Capitalize on retention trends: Of course, most organizations are keen on owning the talent that they find and there is good reason for that – but hiring an employee outright does not guarantee that they will stay with your organization any longer than a contractor will.  Data scientists seldom spend more than 2 years with a given company anyway and you may well find that contractors are easier to keep with your company as they are not competing in the full-time employment market.


Try before you buy: As you’ve probably seen, interviews sometimes fail to reveal the true abilities or shortcomings of a candidate.  Contracting a person before bringing them on as a full-time employee allows for a more thorough evaluation of their technical aptitude as well as their ability to gel with the organizational culture.  


And while many companies are eager to hire data scientists, they don’t necessarily fully understand what those data scientists will be doing in their organization. Contracting can help you shape individual responsibilities of team members and overall data strategy without committing resources to full-time employees.  




With other analytic technologies, companies build a core of talent to interface with business users, set technology directions, and oversee delivery. Once this core is emplaced, these companies then fill out their team with contractors, allowing them to flex their team sizes to meet the challenges facing them at that moment.


Should data science be any different? Do you need a core staff of employees on your data science team? Almost certainly yes. However, we are seeing more and more organizations pursuing employee-only approaches when they would be able to move quicker and more effectively if they gave their staffing approach some thought and nuance.

Trends seen throughout the majority of 2017 persist in the current job market – low unemployment rates and rapid job growth across multiple sectors. These factors have combined to create a highly competitive hiring environment and a shortage of highly skilled professionals – especially in fields that have seen a higher than average job growth rate such as data science and the broader analytics space.


Making matters even more challenging, advanced tech professionals are now heavily sought after by almost every industry, not only the technical ones. Finance, insurance, automotive and manufacturing, marketing, food services… all of these industries now depend upon the work of data engineers and data scientists to keep abreast of a rapidly changing technological climate and maintain competitive advantage.As a result, employers face the daunting task of trying to recruit candidates with the requisite skill sets, all the while knowing that every candidate they interview is likely entertaining other job offers.


When you consider that even well-known companies located in prominent tech hubs are experiencing difficulty,  it becomes clear that companies in smaller towns or cities, or those lacking the budget to lure top-notch data scientists will lose talent to more appealing markets and industries.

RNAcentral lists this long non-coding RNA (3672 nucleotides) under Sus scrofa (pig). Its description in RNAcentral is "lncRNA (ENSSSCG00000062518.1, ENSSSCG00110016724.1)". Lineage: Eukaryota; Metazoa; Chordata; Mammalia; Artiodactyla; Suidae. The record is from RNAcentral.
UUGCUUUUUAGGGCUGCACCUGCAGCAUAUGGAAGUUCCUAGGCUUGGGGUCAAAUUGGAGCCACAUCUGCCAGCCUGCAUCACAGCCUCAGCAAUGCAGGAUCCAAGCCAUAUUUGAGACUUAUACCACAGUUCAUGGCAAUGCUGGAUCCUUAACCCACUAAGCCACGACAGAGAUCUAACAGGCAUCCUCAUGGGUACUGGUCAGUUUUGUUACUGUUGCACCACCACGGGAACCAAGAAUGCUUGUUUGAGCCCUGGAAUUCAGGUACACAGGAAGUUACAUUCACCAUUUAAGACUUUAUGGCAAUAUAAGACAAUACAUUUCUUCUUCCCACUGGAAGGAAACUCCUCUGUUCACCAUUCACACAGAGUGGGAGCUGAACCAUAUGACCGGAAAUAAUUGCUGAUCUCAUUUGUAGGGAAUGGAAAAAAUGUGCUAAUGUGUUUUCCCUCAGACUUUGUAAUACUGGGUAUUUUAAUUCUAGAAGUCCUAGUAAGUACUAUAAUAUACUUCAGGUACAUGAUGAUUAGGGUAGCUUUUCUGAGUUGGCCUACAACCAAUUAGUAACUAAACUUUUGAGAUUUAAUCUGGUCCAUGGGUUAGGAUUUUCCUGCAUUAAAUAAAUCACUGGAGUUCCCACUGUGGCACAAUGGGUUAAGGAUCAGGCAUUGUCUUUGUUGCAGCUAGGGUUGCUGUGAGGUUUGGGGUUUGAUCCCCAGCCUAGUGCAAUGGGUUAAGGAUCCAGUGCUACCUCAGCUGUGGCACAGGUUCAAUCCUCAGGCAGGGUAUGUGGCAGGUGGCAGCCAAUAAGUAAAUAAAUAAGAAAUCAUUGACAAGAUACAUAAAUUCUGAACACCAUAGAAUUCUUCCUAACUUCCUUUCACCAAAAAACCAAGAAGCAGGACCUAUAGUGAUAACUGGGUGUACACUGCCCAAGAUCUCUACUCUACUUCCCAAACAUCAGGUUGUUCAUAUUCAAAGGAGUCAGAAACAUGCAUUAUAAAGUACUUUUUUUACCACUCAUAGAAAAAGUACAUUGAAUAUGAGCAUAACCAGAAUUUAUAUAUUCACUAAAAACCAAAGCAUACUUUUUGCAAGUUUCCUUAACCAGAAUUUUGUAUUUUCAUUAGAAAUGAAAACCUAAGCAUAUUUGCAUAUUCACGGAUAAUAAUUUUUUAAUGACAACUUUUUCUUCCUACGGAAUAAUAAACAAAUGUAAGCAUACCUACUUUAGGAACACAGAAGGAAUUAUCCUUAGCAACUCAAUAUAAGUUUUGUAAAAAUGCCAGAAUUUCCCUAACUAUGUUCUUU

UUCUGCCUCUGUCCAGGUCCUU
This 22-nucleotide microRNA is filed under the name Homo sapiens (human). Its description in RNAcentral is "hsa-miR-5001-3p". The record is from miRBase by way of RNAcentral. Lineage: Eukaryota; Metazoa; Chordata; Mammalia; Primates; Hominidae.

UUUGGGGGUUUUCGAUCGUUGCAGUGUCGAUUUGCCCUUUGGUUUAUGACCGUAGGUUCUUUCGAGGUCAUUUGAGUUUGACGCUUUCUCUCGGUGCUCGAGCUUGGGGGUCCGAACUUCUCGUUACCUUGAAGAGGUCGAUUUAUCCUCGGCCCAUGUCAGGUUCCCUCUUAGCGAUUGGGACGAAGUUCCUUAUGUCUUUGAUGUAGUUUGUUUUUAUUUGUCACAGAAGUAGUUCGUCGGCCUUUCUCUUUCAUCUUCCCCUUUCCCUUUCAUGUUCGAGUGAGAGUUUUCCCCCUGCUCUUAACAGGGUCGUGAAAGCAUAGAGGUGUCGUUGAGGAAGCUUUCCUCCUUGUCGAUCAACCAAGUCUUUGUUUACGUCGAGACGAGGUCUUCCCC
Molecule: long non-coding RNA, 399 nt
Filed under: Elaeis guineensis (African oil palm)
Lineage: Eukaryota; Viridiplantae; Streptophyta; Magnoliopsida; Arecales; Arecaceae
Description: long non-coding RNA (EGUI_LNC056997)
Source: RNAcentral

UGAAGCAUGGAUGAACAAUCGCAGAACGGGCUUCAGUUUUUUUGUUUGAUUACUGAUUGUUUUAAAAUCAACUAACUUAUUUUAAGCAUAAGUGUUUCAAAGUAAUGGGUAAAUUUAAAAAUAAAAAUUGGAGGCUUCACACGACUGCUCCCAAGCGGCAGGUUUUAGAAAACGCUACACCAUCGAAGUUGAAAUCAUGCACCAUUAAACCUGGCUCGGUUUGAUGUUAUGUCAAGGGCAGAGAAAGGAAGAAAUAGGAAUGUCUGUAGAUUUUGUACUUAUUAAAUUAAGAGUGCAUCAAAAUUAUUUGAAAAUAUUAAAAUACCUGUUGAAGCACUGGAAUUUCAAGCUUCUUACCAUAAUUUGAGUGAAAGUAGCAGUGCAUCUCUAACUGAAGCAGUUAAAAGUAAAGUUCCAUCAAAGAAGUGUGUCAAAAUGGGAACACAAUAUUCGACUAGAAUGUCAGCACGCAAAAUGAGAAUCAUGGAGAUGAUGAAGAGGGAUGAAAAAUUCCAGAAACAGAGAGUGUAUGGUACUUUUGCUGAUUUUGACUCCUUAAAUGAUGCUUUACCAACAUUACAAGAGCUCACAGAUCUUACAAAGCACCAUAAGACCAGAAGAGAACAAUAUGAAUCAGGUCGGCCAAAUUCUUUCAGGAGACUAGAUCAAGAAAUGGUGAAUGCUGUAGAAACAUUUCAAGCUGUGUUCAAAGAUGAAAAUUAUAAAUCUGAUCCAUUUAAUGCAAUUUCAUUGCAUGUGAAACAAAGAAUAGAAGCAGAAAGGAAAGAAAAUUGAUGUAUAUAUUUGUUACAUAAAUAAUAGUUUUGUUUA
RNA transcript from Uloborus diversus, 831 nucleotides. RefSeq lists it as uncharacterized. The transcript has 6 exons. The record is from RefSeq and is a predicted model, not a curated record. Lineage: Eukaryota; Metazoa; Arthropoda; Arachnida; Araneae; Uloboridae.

Given this environment, employers must rethink their hiring strategies in order to fill essential roles with qualified candidates and avoid falling behind.  Willingness to consider non-traditional candidates, such as those who are eligible to work with visa sponsorship can help bridge the gap and provide access to a broader talent pool – one that most companies neglect to explore.  An openness to sponsorship can provide a company with access to experienced, qualified candidates that other companies overlook due to the inconvenience involved.  


Not all visas are created equal


Keep in mind that there are several different categories of visa and work authorization documents in the United States and not all of them pose the same challenges.  In fact, some allow candidates to be hired immediately with little administrative trouble for the employer.


Yes, many employers are intimidated by the sponsorship process required for an H1 visa as there is a significant amount of expense, paperwork and uncertainty involved in it.  This leads them to reflexively screen out any and all applicants who are not citizens or green card holders. But companies that take this approach often overlook candidates that applied to the position on an Employment Authorization Document.  Not to be conflated with H1 visas, EADs are usually valid for 2 years, are renewable and are not employer-specific, therefore requiring no additional work on the part of the employer to sponsor.


Similarly,  F-1 (student) visa holders can apply to be authorized to work a period of OPT – Optional Practical Training. The initial OPT period lasts for one year, with an additional two-year extension often available for those who have earned degrees in certain fields such as science, engineering, technology or math.


Staying mindful of these differences expands the talent pool to include candidates with advanced degrees, experience and authorization to work without restriction for as many as three years before any additional sponsorship would be required of the employer.  


Flexibility is often the key to success and as demand for highly skilled tech professionals continues to grow, willingness to think outside of the citizen and permanent resident talent pool could provide not only an immediate advantage in filling essential positions, but an opportunity to invest in employees who could turn out to be lasting assets to the company.